8 feedback controllers n.
Skip this Video
Loading SlideShow in 5 Seconds..
8. Feedback Controllers PowerPoint Presentation
Download Presentation
8. Feedback Controllers

Loading in 2 Seconds...

play fullscreen
1 / 16

8. Feedback Controllers - PowerPoint PPT Presentation

  • Uploaded on

Control objective ; To keep the tank temperature at the desired value by adjusting the rate of heat input from the heater. 8. Feedback Controllers. 8.1 Stirred-Tank Heater Example. Basic components in the feedback control loop Process being controlled(stirred tank).

I am the owner, or an agent authorized to act on behalf of the owner, of the copyrighted work described.
Download Presentation

PowerPoint Slideshow about '8. Feedback Controllers' - iliana

An Image/Link below is provided (as is) to download presentation

Download Policy: Content on the Website is provided to you AS IS for your information and personal use and may not be sold / licensed / shared on other websites without getting consent from its author.While downloading, if for some reason you are not able to download a presentation, the publisher may have deleted the file from their server.

- - - - - - - - - - - - - - - - - - - - - - - - - - E N D - - - - - - - - - - - - - - - - - - - - - - - - - -
Presentation Transcript
8 feedback controllers

Control objective ; To keep the tank temperature at the desired value by adjusting the rate of heat input from the heater.

8. Feedback Controllers

8.1 Stirred-Tank Heater Example

  • Basic components in the feedback control loop
  • Process being controlled(stirred tank).
  • Sensor and transmitter.
  • Controller.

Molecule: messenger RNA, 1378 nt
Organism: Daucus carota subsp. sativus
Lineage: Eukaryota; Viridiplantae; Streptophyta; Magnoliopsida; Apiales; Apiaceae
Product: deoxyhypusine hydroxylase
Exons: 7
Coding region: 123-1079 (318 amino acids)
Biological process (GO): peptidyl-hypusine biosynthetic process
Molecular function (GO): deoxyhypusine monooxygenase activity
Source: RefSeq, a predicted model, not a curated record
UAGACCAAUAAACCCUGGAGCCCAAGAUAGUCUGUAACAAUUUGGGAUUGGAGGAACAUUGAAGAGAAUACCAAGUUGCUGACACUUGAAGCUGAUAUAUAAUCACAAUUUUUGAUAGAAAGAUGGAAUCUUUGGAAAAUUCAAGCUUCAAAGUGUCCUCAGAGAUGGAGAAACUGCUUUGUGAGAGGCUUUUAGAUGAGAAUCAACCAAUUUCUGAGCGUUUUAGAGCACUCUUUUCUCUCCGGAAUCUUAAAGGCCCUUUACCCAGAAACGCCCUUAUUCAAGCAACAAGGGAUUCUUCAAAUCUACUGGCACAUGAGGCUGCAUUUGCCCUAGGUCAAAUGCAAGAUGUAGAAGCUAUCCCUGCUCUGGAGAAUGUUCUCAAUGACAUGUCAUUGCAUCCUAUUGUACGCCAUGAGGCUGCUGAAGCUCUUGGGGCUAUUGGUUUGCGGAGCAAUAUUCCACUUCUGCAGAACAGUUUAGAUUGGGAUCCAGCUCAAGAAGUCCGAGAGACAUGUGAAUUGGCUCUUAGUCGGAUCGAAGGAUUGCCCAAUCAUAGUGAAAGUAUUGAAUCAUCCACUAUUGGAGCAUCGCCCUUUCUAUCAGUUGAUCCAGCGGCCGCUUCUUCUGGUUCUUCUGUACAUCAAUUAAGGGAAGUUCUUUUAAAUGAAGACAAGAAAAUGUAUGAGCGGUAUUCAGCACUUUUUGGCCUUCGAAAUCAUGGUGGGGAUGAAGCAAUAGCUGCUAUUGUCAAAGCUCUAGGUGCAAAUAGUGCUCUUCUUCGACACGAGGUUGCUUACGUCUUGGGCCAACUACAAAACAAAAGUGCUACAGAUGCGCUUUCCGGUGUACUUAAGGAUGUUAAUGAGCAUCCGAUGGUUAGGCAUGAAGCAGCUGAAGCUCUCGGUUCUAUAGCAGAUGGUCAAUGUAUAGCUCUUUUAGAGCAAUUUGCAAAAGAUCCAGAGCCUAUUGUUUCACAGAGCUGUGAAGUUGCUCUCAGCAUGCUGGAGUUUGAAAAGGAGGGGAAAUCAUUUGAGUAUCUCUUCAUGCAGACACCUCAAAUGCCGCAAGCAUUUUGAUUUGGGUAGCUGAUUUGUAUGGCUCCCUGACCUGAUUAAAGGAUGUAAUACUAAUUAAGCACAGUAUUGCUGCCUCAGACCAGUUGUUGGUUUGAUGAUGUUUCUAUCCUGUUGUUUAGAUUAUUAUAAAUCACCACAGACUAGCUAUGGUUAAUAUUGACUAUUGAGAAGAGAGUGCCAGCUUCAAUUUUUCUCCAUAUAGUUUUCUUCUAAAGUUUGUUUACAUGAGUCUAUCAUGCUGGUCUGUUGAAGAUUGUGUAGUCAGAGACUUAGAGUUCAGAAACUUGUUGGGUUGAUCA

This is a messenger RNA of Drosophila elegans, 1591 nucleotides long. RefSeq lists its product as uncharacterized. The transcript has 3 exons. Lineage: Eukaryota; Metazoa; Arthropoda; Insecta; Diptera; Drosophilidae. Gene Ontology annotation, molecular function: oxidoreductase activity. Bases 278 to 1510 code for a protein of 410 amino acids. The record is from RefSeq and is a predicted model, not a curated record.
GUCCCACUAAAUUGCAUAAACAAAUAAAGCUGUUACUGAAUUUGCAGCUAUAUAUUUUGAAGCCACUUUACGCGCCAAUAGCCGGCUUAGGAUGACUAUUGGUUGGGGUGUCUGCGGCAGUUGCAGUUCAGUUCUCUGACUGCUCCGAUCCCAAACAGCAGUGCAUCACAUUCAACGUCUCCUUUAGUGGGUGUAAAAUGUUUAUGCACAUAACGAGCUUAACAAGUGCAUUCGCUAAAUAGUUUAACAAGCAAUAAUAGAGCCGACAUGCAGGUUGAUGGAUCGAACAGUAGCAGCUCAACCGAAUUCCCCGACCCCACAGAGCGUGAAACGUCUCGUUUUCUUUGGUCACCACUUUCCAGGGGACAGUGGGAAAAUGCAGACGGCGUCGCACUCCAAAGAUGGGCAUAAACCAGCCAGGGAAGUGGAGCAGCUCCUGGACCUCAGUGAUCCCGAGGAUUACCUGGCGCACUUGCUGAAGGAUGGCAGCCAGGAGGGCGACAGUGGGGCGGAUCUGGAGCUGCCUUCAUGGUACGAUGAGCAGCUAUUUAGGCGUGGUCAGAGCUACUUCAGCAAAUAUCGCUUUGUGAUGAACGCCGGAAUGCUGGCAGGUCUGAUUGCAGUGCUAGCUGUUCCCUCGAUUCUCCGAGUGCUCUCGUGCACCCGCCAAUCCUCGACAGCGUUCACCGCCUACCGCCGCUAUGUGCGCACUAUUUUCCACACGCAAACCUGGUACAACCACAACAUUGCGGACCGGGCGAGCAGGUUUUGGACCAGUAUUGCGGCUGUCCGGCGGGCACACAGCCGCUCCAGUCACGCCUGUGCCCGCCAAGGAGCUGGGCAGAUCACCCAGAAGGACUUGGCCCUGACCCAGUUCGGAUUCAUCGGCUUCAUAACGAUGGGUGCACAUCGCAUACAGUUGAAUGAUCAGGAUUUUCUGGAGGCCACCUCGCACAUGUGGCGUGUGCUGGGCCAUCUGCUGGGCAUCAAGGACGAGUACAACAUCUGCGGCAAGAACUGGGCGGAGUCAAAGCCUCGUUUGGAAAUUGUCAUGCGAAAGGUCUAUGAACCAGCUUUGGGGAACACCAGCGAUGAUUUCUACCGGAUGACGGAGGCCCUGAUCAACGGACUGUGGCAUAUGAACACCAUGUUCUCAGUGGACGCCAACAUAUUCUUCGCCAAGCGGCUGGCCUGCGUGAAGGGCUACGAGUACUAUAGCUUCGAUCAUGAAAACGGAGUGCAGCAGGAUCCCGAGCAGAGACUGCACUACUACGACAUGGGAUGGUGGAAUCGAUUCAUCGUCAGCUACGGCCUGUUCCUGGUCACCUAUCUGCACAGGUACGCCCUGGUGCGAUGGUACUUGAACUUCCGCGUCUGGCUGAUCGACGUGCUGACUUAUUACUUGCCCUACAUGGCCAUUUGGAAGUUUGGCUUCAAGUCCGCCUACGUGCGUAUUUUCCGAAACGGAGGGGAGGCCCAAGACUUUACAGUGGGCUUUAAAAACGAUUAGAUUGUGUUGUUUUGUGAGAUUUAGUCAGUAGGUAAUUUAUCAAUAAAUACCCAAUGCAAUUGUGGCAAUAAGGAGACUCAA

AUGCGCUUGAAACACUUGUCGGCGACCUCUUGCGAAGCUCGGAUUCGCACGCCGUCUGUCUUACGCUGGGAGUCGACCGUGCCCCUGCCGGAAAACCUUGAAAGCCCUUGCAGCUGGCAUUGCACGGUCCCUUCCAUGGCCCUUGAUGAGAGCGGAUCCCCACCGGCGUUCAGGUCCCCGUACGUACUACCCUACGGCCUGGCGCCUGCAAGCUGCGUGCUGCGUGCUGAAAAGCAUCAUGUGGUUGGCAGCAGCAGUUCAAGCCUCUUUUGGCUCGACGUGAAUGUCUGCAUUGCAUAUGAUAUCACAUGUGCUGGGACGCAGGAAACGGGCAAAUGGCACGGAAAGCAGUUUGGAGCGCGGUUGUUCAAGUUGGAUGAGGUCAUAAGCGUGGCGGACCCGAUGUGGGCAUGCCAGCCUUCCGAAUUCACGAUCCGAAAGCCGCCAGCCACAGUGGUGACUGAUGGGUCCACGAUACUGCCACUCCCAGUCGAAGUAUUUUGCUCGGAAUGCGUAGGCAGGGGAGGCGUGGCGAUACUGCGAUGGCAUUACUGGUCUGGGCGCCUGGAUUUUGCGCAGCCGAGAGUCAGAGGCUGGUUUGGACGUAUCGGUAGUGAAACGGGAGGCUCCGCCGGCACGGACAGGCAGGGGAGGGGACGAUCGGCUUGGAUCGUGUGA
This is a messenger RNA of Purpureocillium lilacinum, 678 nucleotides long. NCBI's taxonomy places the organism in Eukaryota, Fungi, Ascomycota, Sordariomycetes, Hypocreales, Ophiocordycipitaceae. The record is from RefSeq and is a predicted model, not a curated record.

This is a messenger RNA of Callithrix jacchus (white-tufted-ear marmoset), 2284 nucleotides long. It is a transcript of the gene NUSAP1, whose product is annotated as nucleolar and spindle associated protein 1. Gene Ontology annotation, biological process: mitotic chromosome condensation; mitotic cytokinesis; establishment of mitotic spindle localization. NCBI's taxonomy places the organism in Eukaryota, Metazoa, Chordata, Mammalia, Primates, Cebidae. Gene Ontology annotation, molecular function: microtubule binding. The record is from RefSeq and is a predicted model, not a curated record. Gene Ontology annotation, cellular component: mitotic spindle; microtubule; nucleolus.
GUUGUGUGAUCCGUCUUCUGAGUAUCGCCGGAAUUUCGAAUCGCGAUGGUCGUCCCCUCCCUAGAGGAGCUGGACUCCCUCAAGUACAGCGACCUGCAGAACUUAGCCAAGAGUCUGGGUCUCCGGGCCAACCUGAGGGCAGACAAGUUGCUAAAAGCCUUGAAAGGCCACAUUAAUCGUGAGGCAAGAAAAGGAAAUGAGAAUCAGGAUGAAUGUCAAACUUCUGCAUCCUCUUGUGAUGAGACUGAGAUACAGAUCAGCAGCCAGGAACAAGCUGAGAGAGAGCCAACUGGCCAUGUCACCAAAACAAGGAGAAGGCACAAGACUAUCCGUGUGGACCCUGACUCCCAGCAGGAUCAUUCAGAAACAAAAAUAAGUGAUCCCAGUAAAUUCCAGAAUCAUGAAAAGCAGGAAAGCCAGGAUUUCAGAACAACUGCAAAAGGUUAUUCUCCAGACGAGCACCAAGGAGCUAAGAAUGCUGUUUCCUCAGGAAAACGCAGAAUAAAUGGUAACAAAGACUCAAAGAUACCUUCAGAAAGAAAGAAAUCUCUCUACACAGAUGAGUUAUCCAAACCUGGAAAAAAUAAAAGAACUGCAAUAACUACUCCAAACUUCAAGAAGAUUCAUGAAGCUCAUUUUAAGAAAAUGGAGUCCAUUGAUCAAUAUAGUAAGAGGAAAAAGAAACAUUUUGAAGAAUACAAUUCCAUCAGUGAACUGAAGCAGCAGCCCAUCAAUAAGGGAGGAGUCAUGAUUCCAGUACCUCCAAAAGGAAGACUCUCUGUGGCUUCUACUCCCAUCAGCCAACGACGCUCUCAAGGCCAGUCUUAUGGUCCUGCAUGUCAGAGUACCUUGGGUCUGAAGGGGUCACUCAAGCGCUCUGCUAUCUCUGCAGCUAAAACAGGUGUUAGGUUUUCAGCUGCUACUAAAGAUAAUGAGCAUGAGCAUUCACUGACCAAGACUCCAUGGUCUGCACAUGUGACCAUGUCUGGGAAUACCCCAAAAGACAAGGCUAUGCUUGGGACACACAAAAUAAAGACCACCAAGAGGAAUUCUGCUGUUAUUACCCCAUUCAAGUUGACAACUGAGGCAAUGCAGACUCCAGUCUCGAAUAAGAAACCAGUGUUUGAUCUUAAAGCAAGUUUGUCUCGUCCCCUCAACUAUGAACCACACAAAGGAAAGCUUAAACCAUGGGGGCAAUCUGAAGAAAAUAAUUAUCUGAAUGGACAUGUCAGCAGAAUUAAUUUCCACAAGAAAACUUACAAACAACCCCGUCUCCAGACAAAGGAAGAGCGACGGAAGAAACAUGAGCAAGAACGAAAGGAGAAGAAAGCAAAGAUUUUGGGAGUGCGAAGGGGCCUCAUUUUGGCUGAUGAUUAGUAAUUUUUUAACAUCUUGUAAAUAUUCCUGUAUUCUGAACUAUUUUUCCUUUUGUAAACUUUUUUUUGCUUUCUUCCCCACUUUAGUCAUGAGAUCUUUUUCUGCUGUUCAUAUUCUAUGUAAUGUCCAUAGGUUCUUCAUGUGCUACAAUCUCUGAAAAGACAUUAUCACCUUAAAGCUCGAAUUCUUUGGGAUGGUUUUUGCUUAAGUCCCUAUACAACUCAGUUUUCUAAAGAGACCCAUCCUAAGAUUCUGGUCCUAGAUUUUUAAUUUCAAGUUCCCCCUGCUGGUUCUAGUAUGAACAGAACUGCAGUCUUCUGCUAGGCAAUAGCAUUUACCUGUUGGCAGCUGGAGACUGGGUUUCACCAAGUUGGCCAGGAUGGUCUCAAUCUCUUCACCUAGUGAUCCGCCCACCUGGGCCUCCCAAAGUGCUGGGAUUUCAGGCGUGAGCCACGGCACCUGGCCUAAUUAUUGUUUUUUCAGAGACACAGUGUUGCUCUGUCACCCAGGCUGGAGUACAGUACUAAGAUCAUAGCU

• SCR and final control element(electrical heater)  Actuator.
  • Transmission lines(electrical cables) between the various instruments.

Figure 8.1. Schematic diagram for a stirred-tank control system.








8.2 Controller Implementation Using PC

Figure 8.2. Typical equipment for process control using computer.


8.3 Controllers

8.3.1 Historical Perspectives

250 B.C ; Greeks, water level controller

Their mode of operation was very similar to that of the level regulator in the modern flush toilet.

1788 ; James Watt, fly-ball governor

It played a key role in the development of stream power.

1930s ; PID controller became commercially available

The first theoretical papers on process control were published.

1940s ; Pneumatic PID controller

1950s ; Electronic PID controller

Late 1950 ~ 1960s ; The first computer control applications

8.3.2 PID Controllers
  • PID controller is the controller that has the three basic control modes of Proportional(P), Integral(I) , and Derivative(D).
  • PID controllers are still used widely in industry because of their simplicity, robustness, and successful practical applications.
  • In spite of the development of many advanced control algorithms, nearly 80% of the controllers in the industrial field are PID controller.

Figure 8.3. Flow control system.

Figure 8.4. Schematic diagram of a feedback controller.


Proportional(P) part:

Integral(I) part:

Derivative(D) part:

Where and denote the set point(the desired process output) and process out put. Constants are called proportional gain, integral time and derivative time, respectively. Structure of PID Controllers.

  • Three parts of the PID controller :
  • PID controller is sum of the above three part as follows.
slide6 Roles of Three Parts

  • Proportional part : Since the control output( ) is proportional to the error , it plays role in pushing the process output to the set point as much as the error.

1. Transfer function.

2. Advantage : immediate corrective action.

3. Disadvantage : steady-state error(offset).

4. Usage : when the steady-state error is tolerable( ex. level control which wants to prevent the system from overflowing or drying), proportional-only controller is attractive because of its simplicity  seldom used only.

To remove the steady-state error(offset), the integral control action should be included in the feedback controller.

Steady-state error.

For usual process(i.e., open-loop stable processes), the control output should be nonzero to keep the process output in a nonzero set point.

  • Consider the following PD controller( the following derivation is applicable to P controller case).

PD(or P) controller output is always zero at steady-state if the error is zero(i.e., ).

  • PD(or P) controller cannot be nonzero constant when the error is zero at steady-state. So, the PD(or P) controller cannot keep the process output in a nonzero set point for open-loop stable processes.